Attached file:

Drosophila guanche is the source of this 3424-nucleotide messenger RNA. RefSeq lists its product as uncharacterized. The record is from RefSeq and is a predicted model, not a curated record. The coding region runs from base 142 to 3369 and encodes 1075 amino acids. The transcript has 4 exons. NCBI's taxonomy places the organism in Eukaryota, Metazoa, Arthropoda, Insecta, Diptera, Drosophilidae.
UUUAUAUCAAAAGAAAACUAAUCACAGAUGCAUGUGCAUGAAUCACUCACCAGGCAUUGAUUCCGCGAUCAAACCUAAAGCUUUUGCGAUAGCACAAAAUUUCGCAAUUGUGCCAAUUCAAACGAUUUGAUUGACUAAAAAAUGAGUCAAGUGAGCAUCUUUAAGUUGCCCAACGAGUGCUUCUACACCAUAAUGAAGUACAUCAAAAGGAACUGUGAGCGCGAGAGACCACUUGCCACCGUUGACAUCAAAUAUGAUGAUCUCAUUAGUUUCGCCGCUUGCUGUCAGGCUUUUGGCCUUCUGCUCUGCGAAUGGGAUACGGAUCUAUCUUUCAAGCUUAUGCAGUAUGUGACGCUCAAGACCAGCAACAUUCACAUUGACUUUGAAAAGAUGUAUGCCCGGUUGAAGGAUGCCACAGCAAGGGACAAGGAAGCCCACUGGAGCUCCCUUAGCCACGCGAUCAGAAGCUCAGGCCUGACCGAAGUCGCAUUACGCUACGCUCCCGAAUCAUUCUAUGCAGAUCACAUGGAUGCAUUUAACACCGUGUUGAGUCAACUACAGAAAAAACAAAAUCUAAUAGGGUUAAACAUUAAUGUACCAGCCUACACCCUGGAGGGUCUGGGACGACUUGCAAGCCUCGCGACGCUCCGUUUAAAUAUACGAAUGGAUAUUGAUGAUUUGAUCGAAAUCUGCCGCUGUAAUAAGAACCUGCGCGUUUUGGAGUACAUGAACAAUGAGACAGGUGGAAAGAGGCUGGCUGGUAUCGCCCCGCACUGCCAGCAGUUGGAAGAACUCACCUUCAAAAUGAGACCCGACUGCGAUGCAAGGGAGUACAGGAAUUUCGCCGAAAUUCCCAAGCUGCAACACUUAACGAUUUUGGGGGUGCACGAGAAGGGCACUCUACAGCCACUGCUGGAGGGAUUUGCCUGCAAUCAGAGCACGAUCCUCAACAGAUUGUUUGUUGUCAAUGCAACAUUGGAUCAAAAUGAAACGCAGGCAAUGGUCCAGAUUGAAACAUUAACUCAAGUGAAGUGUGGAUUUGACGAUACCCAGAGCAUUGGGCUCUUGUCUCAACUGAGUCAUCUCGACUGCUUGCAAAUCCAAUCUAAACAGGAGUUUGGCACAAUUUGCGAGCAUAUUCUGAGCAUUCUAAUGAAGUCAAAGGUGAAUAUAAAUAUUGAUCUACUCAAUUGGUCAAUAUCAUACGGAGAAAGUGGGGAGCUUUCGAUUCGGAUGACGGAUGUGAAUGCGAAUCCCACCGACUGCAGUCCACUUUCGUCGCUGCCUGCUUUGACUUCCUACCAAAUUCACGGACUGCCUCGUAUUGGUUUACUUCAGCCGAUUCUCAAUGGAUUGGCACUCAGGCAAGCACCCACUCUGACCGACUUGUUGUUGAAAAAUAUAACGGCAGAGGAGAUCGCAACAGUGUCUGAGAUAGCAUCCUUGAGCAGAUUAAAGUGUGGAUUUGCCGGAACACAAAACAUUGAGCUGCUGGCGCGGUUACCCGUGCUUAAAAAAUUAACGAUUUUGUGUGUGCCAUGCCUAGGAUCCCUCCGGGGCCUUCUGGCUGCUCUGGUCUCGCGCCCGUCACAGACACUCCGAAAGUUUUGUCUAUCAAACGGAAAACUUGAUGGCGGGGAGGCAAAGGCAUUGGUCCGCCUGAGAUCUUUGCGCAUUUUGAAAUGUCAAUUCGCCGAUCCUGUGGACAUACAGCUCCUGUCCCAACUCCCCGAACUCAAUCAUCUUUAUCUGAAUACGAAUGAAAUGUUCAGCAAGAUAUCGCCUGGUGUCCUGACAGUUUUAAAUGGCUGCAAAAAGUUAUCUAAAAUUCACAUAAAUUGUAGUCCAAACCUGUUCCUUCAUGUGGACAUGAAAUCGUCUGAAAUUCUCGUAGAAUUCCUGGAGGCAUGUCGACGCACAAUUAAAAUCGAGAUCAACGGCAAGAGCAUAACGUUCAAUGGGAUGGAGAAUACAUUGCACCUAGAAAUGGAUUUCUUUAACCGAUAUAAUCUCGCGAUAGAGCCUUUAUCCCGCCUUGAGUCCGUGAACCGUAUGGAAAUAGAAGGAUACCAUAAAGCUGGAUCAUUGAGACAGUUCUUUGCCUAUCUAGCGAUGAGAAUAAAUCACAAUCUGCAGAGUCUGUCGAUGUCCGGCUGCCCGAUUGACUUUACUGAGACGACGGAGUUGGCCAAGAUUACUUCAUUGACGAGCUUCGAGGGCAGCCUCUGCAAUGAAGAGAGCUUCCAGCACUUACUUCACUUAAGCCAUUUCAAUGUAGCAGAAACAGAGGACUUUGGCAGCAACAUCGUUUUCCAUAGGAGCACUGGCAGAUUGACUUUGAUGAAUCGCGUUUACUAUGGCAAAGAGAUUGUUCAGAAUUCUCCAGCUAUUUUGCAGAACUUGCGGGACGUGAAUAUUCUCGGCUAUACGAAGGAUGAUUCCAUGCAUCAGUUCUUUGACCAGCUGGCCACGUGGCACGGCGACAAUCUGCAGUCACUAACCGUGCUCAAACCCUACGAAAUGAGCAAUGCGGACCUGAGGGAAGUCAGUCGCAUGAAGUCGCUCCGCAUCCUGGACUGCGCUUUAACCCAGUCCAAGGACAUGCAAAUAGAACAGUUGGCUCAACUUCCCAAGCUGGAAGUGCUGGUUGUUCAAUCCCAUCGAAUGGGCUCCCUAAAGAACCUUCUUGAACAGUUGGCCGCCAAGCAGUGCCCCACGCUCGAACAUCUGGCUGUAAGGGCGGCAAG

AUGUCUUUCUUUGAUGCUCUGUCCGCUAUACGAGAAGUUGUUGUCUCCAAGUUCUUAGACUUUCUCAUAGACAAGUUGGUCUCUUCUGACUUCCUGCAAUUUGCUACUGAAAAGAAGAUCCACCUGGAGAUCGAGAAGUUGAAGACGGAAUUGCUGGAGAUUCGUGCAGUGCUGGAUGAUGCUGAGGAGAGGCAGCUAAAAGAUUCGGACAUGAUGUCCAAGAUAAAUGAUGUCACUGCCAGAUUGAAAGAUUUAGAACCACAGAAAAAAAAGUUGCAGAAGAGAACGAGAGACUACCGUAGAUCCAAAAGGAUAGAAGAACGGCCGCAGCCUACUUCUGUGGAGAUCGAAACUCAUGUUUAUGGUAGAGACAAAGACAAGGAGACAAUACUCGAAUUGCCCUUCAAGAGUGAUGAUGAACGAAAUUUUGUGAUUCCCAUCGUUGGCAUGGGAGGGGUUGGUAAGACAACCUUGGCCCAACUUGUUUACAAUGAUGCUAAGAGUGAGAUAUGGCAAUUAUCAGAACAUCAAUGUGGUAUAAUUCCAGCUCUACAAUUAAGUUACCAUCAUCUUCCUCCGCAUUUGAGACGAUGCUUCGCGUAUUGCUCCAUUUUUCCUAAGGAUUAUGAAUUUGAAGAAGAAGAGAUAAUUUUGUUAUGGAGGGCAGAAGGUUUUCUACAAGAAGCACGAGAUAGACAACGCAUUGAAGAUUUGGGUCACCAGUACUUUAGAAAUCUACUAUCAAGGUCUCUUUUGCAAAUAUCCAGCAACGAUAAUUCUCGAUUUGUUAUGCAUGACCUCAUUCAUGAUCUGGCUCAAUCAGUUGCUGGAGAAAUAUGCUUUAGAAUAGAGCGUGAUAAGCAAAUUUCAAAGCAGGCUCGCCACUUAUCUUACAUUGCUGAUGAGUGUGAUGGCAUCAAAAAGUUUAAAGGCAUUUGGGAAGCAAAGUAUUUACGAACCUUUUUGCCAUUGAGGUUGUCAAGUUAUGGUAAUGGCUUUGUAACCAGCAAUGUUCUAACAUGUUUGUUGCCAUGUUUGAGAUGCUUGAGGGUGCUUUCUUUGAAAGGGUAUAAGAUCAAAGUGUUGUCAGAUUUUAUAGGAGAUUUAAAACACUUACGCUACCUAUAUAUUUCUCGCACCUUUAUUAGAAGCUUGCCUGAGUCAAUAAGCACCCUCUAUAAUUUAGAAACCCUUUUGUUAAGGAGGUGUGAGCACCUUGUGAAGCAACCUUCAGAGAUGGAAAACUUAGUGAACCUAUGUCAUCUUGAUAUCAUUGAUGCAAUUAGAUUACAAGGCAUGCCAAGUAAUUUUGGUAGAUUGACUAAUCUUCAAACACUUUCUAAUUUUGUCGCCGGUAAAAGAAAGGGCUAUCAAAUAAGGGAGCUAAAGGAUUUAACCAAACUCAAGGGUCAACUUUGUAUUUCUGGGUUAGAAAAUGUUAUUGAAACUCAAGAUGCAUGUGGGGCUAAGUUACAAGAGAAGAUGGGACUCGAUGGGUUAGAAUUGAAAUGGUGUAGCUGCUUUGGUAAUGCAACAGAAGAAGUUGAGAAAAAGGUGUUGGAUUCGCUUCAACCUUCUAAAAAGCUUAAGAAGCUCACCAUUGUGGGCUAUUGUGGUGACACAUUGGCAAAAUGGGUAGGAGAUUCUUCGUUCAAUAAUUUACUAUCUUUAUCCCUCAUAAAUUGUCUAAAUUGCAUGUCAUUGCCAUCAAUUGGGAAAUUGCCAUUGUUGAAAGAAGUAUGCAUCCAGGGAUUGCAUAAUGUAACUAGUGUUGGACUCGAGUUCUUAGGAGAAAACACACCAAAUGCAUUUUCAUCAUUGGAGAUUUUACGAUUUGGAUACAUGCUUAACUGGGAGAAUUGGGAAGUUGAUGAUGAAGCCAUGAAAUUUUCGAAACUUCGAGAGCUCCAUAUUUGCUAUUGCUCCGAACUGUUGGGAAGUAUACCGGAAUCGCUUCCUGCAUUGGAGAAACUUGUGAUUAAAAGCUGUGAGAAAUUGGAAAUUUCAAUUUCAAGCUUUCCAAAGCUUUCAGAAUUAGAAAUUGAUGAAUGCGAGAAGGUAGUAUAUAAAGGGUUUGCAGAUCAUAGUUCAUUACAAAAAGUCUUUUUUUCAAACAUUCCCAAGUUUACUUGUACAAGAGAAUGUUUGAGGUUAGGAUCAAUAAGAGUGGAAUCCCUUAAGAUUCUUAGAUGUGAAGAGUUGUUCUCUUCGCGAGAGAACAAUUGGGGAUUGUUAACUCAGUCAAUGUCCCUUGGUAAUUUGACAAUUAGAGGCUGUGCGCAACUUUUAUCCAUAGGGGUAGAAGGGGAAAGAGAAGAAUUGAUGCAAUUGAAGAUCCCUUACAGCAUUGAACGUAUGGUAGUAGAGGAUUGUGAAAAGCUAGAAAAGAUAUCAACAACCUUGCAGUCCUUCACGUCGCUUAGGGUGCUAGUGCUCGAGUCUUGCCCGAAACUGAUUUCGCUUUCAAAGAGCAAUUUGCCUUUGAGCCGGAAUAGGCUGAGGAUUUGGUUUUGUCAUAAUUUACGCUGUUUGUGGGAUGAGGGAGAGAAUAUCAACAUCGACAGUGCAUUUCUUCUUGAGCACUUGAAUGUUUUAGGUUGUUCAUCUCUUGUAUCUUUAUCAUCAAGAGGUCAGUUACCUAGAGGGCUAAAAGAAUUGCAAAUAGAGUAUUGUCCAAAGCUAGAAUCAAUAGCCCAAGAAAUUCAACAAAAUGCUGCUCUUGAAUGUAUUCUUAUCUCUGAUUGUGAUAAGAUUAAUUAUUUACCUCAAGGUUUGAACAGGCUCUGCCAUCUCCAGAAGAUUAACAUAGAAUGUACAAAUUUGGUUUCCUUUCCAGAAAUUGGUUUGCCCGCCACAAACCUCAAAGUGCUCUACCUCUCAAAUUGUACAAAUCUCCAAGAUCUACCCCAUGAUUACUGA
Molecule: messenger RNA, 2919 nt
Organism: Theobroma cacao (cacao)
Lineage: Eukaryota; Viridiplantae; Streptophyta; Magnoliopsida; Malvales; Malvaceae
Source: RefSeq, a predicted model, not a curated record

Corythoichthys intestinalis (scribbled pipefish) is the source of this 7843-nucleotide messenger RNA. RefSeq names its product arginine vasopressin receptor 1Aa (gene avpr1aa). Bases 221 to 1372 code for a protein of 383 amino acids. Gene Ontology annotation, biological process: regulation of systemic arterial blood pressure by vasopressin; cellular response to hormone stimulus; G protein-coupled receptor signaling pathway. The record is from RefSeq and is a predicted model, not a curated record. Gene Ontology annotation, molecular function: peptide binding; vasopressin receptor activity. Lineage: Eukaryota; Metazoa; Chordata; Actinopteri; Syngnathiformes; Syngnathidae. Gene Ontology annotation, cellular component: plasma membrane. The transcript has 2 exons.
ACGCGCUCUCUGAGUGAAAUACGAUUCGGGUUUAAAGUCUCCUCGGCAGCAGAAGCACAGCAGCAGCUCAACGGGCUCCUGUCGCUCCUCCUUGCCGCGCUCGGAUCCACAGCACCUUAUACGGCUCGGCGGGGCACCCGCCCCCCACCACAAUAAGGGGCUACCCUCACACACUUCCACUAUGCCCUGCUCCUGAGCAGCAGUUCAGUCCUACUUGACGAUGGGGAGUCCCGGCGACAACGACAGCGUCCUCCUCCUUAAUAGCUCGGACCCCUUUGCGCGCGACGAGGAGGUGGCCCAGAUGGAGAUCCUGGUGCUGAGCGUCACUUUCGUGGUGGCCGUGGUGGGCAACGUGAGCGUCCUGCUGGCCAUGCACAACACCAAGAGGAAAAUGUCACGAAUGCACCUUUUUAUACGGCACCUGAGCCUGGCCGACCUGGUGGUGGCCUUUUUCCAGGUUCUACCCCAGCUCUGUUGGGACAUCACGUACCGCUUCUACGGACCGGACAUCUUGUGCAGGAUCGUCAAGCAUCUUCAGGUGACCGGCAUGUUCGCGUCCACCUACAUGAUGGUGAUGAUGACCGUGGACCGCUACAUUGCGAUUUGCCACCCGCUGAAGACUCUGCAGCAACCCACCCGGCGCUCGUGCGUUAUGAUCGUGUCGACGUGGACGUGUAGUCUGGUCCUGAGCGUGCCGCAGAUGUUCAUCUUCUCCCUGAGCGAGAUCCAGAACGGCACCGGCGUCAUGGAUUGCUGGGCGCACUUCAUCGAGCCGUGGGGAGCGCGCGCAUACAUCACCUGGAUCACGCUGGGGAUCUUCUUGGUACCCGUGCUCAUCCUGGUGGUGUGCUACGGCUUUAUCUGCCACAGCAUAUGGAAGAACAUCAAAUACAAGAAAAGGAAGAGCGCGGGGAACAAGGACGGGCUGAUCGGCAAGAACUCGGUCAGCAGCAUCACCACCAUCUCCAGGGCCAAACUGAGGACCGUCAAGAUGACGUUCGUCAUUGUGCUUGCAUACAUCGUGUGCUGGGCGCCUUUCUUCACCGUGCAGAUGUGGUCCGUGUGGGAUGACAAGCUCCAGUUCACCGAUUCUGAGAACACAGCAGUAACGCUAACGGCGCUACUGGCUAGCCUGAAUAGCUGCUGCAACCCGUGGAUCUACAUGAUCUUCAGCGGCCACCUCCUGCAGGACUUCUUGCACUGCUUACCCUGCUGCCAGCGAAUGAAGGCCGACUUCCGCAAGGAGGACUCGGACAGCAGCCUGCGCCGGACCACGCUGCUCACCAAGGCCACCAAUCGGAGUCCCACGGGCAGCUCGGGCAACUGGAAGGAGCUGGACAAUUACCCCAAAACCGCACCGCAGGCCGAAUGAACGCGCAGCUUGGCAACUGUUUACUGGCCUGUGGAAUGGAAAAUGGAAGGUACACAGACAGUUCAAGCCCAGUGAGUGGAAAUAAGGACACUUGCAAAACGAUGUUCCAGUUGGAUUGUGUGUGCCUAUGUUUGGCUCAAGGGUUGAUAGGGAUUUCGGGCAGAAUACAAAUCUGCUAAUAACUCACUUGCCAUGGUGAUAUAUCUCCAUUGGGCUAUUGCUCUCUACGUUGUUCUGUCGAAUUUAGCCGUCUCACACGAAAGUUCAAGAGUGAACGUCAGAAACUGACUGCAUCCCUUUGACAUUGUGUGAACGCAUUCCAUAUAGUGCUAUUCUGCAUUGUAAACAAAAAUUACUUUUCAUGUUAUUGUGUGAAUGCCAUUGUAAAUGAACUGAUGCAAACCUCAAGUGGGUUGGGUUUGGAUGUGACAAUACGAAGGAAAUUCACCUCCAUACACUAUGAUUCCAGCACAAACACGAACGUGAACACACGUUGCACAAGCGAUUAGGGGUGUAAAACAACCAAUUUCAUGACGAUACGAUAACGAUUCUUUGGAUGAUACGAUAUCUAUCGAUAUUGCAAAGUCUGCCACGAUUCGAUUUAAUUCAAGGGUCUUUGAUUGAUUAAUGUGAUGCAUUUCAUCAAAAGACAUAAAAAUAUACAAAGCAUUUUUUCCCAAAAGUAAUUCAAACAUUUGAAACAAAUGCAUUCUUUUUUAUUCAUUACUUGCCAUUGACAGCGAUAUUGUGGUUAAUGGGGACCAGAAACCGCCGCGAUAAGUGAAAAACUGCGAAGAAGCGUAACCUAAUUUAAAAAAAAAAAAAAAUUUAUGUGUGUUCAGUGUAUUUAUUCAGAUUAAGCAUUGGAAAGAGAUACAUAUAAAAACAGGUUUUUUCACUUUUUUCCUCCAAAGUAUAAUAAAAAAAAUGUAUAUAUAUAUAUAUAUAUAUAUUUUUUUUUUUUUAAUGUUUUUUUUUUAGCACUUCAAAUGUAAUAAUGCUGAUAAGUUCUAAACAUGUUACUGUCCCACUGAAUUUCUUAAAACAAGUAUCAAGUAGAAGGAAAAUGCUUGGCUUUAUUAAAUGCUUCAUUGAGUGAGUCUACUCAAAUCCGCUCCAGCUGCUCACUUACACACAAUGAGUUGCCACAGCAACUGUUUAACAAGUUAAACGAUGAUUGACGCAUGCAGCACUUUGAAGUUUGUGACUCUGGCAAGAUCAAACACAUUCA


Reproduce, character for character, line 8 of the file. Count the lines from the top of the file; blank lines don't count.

Corythoichthys intestinalis (scribbled pipefish) is the source of this 7843-nucleotide messenger RNA. RefSeq names its product arginine vasopressin receptor 1Aa (gene avpr1aa). Bases 221 to 1372 code for a protein of 383 amino acids. Gene Ontology annotation, biological process: regulation of systemic arterial blood pressure by vasopressin; cellular response to hormone stimulus; G protein-coupled receptor signaling pathway. The record is from RefSeq and is a predicted model, not a curated record. Gene Ontology annotation, molecular function: peptide binding; vasopressin receptor activity. Lineage: Eukaryota; Metazoa; Chordata; Actinopteri; Syngnathiformes; Syngnathidae. Gene Ontology annotation, cellular component: plasma membrane. The transcript has 2 exons.